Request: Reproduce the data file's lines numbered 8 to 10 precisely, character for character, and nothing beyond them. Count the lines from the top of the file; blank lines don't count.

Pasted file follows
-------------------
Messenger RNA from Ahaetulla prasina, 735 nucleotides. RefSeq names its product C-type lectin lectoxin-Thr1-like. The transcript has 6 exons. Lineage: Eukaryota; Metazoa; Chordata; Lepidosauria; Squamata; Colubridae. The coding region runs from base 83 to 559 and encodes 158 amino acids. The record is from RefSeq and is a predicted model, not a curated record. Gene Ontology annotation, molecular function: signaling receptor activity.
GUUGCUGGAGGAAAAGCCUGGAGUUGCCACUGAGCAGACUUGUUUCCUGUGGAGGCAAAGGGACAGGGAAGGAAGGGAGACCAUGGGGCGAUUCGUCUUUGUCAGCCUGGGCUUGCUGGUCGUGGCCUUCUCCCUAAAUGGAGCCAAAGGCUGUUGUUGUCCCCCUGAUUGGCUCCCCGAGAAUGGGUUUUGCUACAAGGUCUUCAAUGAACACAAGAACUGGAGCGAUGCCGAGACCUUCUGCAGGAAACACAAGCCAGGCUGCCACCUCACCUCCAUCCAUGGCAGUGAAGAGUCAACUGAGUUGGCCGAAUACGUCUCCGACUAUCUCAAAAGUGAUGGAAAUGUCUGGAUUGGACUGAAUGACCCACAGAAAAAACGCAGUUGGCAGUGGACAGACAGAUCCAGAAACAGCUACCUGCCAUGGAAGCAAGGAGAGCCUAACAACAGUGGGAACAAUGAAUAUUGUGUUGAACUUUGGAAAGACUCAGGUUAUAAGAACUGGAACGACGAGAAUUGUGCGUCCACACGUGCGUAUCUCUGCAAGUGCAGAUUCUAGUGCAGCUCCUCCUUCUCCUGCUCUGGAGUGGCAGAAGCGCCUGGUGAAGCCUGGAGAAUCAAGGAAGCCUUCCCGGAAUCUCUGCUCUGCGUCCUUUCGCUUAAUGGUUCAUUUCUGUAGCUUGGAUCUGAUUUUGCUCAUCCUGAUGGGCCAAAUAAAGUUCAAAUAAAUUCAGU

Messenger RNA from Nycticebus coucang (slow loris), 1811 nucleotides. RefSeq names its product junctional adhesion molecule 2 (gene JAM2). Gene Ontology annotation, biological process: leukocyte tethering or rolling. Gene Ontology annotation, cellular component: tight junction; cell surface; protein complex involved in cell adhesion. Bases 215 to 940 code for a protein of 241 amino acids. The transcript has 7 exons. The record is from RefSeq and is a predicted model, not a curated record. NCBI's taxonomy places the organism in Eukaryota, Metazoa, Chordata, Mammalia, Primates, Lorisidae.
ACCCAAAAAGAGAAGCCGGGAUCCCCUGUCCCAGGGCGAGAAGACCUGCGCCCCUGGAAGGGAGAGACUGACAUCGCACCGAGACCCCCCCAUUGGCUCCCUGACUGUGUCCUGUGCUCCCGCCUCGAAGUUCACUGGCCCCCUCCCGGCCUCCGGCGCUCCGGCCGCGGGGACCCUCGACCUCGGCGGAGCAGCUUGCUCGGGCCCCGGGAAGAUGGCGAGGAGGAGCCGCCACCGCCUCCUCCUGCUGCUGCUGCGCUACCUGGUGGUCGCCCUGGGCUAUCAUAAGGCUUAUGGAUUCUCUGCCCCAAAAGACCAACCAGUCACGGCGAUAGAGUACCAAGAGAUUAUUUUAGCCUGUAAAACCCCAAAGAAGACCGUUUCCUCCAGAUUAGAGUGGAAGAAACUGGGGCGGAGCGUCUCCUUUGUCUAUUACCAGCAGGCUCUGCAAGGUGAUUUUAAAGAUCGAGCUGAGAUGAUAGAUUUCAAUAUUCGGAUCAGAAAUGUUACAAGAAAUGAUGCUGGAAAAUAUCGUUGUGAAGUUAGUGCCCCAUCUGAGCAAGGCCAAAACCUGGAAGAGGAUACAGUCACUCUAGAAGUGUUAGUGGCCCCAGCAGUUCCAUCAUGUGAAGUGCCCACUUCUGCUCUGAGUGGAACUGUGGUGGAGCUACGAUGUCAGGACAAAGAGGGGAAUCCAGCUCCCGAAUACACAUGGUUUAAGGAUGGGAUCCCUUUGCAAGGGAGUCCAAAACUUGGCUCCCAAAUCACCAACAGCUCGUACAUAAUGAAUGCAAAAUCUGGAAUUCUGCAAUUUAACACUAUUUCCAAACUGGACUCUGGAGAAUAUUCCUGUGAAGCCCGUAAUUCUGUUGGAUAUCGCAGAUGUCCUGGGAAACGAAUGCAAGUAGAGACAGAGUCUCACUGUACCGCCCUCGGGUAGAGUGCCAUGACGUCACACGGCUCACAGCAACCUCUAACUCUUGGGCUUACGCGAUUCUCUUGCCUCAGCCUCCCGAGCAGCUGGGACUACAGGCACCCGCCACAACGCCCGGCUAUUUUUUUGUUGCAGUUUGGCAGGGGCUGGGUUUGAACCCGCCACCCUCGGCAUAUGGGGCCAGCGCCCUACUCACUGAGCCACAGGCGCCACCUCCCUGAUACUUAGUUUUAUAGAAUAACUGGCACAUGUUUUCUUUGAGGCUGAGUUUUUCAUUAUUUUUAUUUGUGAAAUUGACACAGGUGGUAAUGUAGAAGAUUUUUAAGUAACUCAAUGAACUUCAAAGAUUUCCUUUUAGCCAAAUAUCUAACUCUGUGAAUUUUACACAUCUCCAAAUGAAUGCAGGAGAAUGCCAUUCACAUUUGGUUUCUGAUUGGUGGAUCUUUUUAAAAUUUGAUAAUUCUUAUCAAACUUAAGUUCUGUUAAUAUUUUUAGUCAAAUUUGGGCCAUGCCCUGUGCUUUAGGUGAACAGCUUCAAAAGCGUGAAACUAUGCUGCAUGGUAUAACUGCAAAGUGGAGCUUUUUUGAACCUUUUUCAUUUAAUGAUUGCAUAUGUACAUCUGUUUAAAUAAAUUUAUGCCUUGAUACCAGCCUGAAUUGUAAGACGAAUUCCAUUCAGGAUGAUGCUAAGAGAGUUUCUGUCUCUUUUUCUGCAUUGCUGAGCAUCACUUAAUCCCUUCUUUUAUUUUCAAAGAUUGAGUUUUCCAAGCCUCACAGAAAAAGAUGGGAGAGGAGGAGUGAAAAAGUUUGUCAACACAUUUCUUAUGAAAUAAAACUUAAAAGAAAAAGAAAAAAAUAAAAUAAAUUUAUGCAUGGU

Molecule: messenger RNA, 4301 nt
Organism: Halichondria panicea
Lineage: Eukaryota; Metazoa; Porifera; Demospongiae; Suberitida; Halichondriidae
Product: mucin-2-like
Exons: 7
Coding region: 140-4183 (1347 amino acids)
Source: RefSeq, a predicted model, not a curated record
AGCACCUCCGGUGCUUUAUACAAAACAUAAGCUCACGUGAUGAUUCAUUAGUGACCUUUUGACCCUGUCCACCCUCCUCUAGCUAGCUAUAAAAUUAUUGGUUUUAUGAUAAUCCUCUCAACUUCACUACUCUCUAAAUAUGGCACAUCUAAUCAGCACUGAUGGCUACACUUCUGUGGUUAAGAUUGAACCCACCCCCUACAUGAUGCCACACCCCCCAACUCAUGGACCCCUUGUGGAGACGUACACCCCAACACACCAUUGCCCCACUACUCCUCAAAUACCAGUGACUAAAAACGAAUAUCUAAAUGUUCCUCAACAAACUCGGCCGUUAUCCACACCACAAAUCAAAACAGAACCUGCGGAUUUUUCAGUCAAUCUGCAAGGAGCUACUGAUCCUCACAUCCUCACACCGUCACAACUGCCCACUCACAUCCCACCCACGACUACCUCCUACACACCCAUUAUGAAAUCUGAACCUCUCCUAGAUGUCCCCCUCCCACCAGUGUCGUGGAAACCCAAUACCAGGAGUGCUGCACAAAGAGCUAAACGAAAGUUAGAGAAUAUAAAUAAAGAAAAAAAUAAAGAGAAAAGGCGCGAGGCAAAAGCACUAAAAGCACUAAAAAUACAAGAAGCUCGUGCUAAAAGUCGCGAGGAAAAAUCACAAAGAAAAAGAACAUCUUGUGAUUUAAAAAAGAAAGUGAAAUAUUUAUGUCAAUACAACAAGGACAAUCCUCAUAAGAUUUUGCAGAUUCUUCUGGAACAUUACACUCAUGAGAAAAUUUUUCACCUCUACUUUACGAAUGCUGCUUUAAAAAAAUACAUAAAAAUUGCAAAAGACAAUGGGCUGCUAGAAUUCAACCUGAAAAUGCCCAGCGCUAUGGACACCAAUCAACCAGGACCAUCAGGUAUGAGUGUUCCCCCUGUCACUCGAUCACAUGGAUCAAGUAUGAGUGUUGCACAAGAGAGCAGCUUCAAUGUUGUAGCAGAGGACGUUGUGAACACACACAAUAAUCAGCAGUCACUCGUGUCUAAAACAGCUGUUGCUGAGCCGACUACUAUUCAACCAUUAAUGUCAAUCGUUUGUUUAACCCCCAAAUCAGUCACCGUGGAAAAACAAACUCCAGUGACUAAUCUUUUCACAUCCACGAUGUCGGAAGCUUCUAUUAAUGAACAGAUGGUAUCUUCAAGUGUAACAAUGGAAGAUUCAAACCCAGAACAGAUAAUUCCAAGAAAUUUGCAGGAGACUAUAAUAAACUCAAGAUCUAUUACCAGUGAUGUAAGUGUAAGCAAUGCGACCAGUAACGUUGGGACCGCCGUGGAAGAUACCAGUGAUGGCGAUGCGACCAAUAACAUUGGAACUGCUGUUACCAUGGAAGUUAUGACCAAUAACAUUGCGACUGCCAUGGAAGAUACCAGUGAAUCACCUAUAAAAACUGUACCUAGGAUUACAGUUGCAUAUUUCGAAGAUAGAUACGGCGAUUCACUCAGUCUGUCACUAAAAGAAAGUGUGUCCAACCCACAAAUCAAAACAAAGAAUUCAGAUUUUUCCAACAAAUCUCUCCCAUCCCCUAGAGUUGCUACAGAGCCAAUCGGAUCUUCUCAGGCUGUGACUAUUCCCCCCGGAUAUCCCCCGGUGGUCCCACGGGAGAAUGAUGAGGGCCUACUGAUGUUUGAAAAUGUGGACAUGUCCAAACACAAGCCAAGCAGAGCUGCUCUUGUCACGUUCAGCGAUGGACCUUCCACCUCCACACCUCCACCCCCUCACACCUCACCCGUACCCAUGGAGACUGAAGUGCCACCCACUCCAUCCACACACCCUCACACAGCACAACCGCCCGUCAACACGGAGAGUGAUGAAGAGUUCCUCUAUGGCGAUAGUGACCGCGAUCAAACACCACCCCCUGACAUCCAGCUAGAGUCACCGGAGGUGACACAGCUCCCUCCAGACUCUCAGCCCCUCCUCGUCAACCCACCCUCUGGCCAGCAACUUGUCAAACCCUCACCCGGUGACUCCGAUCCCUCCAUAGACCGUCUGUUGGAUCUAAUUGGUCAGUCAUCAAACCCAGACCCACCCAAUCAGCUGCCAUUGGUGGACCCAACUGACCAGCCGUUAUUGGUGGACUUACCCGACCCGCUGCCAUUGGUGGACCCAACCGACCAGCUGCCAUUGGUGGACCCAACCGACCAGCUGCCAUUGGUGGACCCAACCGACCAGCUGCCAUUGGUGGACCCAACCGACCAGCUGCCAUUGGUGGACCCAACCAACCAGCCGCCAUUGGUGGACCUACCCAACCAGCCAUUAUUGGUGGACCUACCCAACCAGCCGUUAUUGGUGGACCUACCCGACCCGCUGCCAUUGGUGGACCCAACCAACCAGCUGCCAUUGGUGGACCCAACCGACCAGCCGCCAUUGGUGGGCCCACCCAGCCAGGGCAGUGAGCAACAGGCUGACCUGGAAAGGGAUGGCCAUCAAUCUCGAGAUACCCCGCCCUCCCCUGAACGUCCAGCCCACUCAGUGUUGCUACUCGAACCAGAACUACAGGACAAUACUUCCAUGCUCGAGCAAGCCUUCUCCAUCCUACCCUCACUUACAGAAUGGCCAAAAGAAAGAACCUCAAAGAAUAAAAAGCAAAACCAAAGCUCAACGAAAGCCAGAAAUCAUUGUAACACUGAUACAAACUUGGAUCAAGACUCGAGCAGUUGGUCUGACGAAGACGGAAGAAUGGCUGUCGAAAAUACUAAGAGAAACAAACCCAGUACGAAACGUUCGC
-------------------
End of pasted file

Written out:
Product: mucin-2-like
Exons: 7
Coding region: 140-4183 (1347 amino acids)